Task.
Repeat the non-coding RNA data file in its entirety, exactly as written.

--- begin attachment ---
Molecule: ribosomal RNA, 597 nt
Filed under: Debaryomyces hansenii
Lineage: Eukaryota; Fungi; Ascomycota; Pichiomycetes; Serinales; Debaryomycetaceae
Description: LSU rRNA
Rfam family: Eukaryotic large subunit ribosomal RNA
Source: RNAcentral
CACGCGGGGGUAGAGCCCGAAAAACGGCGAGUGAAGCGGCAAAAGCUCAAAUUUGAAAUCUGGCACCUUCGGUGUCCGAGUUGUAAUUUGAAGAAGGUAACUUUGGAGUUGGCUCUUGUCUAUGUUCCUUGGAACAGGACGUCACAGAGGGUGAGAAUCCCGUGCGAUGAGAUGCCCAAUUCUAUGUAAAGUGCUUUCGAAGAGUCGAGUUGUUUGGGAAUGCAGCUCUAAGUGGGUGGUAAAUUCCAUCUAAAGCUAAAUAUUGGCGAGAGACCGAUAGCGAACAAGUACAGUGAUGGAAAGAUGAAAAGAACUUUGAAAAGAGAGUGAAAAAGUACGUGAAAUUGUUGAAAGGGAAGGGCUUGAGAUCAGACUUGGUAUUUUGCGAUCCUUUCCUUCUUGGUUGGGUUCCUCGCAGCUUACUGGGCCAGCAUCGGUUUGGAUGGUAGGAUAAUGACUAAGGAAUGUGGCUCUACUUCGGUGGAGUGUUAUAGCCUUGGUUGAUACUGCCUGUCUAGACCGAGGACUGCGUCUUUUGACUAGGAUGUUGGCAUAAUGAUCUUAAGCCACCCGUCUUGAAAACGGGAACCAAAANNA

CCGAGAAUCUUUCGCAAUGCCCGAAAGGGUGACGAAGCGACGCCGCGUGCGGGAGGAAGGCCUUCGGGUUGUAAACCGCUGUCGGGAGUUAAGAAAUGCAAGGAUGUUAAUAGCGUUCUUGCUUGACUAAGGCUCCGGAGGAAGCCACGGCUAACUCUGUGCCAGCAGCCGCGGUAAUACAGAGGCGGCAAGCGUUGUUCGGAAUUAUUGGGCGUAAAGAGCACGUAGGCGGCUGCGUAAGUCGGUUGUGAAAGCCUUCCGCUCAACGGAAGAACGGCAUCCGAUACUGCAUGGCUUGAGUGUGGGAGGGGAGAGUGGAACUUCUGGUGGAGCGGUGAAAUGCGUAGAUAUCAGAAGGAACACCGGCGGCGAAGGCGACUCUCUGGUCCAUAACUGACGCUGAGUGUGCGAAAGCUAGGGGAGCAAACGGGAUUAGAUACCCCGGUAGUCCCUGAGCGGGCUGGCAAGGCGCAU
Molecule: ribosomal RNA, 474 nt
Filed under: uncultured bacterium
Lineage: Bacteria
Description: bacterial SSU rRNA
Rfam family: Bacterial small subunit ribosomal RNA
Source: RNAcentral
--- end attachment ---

Molecule: ribosomal RNA, 597 nt
Filed under: Debaryomyces hansenii
Lineage: Eukaryota; Fungi; Ascomycota; Pichiomycetes; Serinales; Debaryomycetaceae
Description: LSU rRNA
Rfam family: Eukaryotic large subunit ribosomal RNA
Source: RNAcentral
CACGCGGGGGUAGAGCCCGAAAAACGGCGAGUGAAGCGGCAAAAGCUCAAAUUUGAAAUCUGGCACCUUCGGUGUCCGAGUUGUAAUUUGAAGAAGGUAACUUUGGAGUUGGCUCUUGUCUAUGUUCCUUGGAACAGGACGUCACAGAGGGUGAGAAUCCCGUGCGAUGAGAUGCCCAAUUCUAUGUAAAGUGCUUUCGAAGAGUCGAGUUGUUUGGGAAUGCAGCUCUAAGUGGGUGGUAAAUUCCAUCUAAAGCUAAAUAUUGGCGAGAGACCGAUAGCGAACAAGUACAGUGAUGGAAAGAUGAAAAGAACUUUGAAAAGAGAGUGAAAAAGUACGUGAAAUUGUUGAAAGGGAAGGGCUUGAGAUCAGACUUGGUAUUUUGCGAUCCUUUCCUUCUUGGUUGGGUUCCUCGCAGCUUACUGGGCCAGCAUCGGUUUGGAUGGUAGGAUAAUGACUAAGGAAUGUGGCUCUACUUCGGUGGAGUGUUAUAGCCUUGGUUGAUACUGCCUGUCUAGACCGAGGACUGCGUCUUUUGACUAGGAUGUUGGCAUAAUGAUCUUAAGCCACCCGUCUUGAAAACGGGAACCAAAANNA

CCGAGAAUCUUUCGCAAUGCCCGAAAGGGUGACGAAGCGACGCCGCGUGCGGGAGGAAGGCCUUCGGGUUGUAAACCGCUGUCGGGAGUUAAGAAAUGCAAGGAUGUUAAUAGCGUUCUUGCUUGACUAAGGCUCCGGAGGAAGCCACGGCUAACUCUGUGCCAGCAGCCGCGGUAAUACAGAGGCGGCAAGCGUUGUUCGGAAUUAUUGGGCGUAAAGAGCACGUAGGCGGCUGCGUAAGUCGGUUGUGAAAGCCUUCCGCUCAACGGAAGAACGGCAUCCGAUACUGCAUGGCUUGAGUGUGGGAGGGGAGAGUGGAACUUCUGGUGGAGCGGUGAAAUGCGUAGAUAUCAGAAGGAACACCGGCGGCGAAGGCGACUCUCUGGUCCAUAACUGACGCUGAGUGUGCGAAAGCUAGGGGAGCAAACGGGAUUAGAUACCCCGGUAGUCCCUGAGCGGGCUGGCAAGGCGCAU
Molecule: ribosomal RNA, 474 nt
Filed under: uncultured bacterium
Lineage: Bacteria
Description: bacterial SSU rRNA
Rfam family: Bacterial small subunit ribosomal RNA
Source: RNAcentral